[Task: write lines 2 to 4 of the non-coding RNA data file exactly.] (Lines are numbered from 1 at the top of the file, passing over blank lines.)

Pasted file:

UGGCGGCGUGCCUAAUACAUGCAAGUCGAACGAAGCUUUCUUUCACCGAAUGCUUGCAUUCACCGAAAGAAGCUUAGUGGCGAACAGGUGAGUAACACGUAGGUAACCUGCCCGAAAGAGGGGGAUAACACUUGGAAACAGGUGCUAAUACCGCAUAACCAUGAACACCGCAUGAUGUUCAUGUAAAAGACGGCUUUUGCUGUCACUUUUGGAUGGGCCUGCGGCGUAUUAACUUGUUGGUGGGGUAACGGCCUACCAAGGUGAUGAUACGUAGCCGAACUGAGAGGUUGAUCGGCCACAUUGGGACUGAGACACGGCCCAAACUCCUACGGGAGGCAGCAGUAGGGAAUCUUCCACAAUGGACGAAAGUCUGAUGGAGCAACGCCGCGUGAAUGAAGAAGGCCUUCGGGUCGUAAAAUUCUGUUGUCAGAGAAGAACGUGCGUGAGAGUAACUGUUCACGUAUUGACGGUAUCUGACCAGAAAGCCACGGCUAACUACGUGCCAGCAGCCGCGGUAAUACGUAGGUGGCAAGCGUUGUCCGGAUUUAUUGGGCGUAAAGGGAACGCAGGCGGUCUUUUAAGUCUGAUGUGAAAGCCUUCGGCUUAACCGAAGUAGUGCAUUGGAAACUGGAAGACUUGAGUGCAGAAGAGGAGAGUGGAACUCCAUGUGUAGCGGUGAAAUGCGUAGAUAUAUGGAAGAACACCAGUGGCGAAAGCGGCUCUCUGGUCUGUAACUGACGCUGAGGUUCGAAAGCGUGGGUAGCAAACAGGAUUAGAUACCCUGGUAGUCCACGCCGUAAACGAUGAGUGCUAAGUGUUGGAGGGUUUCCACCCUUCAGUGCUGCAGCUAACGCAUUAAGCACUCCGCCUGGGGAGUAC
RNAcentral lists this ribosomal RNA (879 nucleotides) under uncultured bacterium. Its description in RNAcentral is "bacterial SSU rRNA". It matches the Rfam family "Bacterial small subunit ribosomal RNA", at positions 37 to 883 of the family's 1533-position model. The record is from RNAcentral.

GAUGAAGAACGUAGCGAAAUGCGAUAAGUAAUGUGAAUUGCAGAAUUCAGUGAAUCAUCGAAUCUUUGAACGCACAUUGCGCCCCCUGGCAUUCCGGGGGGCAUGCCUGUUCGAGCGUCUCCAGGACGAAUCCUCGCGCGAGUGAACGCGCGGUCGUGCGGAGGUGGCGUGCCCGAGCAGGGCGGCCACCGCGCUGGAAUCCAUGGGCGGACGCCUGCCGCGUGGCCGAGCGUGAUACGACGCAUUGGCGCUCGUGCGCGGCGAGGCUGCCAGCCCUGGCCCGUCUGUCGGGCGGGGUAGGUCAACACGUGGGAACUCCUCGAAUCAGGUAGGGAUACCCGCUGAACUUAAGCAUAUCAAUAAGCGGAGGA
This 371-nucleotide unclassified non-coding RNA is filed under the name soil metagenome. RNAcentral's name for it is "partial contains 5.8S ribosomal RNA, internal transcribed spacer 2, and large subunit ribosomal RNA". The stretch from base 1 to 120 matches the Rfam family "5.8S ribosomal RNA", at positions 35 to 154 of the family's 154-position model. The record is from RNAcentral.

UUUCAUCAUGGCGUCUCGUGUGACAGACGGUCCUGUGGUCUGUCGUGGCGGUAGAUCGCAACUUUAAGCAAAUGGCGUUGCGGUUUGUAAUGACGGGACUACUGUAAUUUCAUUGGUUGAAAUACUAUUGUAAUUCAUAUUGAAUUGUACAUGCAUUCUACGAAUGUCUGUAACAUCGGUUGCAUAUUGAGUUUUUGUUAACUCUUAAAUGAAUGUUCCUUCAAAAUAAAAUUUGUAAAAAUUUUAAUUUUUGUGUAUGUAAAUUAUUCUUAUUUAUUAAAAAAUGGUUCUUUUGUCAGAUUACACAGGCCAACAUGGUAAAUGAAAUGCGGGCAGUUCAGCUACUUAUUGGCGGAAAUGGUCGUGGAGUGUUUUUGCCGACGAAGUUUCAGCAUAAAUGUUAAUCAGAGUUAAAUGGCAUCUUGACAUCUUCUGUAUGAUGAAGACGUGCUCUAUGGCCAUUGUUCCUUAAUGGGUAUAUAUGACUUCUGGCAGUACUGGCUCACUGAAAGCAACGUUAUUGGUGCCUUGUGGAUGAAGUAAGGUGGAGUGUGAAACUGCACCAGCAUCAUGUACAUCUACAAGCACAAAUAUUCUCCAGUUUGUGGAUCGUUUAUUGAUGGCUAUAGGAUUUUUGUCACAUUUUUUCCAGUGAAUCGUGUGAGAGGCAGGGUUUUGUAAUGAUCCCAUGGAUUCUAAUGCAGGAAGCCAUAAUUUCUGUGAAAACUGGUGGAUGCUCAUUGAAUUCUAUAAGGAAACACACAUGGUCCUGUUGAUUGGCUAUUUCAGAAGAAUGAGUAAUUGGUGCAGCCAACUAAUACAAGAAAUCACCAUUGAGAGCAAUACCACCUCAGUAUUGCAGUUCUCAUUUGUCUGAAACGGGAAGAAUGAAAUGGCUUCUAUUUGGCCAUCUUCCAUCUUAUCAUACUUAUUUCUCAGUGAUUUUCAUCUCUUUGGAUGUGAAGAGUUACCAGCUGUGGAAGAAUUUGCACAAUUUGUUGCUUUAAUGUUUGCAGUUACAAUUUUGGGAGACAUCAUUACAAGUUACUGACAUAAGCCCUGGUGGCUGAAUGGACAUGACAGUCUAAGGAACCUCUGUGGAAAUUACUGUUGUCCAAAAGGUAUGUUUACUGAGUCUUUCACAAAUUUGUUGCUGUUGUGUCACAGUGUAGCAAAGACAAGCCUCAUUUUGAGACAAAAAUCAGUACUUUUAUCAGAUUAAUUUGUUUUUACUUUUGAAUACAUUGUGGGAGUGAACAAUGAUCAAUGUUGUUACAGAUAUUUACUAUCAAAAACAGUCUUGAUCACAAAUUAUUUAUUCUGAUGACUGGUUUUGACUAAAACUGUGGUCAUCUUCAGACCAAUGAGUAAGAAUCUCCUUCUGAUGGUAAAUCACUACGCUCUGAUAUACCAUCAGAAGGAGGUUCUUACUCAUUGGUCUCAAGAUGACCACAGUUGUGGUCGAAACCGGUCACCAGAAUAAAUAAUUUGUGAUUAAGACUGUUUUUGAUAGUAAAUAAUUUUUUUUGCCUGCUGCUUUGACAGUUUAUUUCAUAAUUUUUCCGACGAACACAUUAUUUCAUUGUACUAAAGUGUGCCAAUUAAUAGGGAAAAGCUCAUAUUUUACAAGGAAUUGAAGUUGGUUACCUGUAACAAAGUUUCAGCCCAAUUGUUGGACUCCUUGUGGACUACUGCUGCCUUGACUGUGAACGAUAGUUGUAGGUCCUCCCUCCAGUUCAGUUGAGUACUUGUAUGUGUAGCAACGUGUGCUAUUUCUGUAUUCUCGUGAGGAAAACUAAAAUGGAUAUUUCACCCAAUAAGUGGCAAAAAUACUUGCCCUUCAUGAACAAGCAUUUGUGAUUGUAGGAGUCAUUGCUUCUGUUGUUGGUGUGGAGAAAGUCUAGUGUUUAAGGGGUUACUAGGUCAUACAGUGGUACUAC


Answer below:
RNAcentral lists this ribosomal RNA (879 nucleotides) under uncultured bacterium. Its description in RNAcentral is "bacterial SSU rRNA". It matches the Rfam family "Bacterial small subunit ribosomal RNA", at positions 37 to 883 of the family's 1533-position model. The record is from RNAcentral.

GAUGAAGAACGUAGCGAAAUGCGAUAAGUAAUGUGAAUUGCAGAAUUCAGUGAAUCAUCGAAUCUUUGAACGCACAUUGCGCCCCCUGGCAUUCCGGGGGGCAUGCCUGUUCGAGCGUCUCCAGGACGAAUCCUCGCGCGAGUGAACGCGCGGUCGUGCGGAGGUGGCGUGCCCGAGCAGGGCGGCCACCGCGCUGGAAUCCAUGGGCGGACGCCUGCCGCGUGGCCGAGCGUGAUACGACGCAUUGGCGCUCGUGCGCGGCGAGGCUGCCAGCCCUGGCCCGUCUGUCGGGCGGGGUAGGUCAACACGUGGGAACUCCUCGAAUCAGGUAGGGAUACCCGCUGAACUUAAGCAUAUCAAUAAGCGGAGGA
This 371-nucleotide unclassified non-coding RNA is filed under the name soil metagenome. RNAcentral's name for it is "partial contains 5.8S ribosomal RNA, internal transcribed spacer 2, and large subunit ribosomal RNA". The stretch from base 1 to 120 matches the Rfam family "5.8S ribosomal RNA", at positions 35 to 154 of the family's 154-position model. The record is from RNAcentral.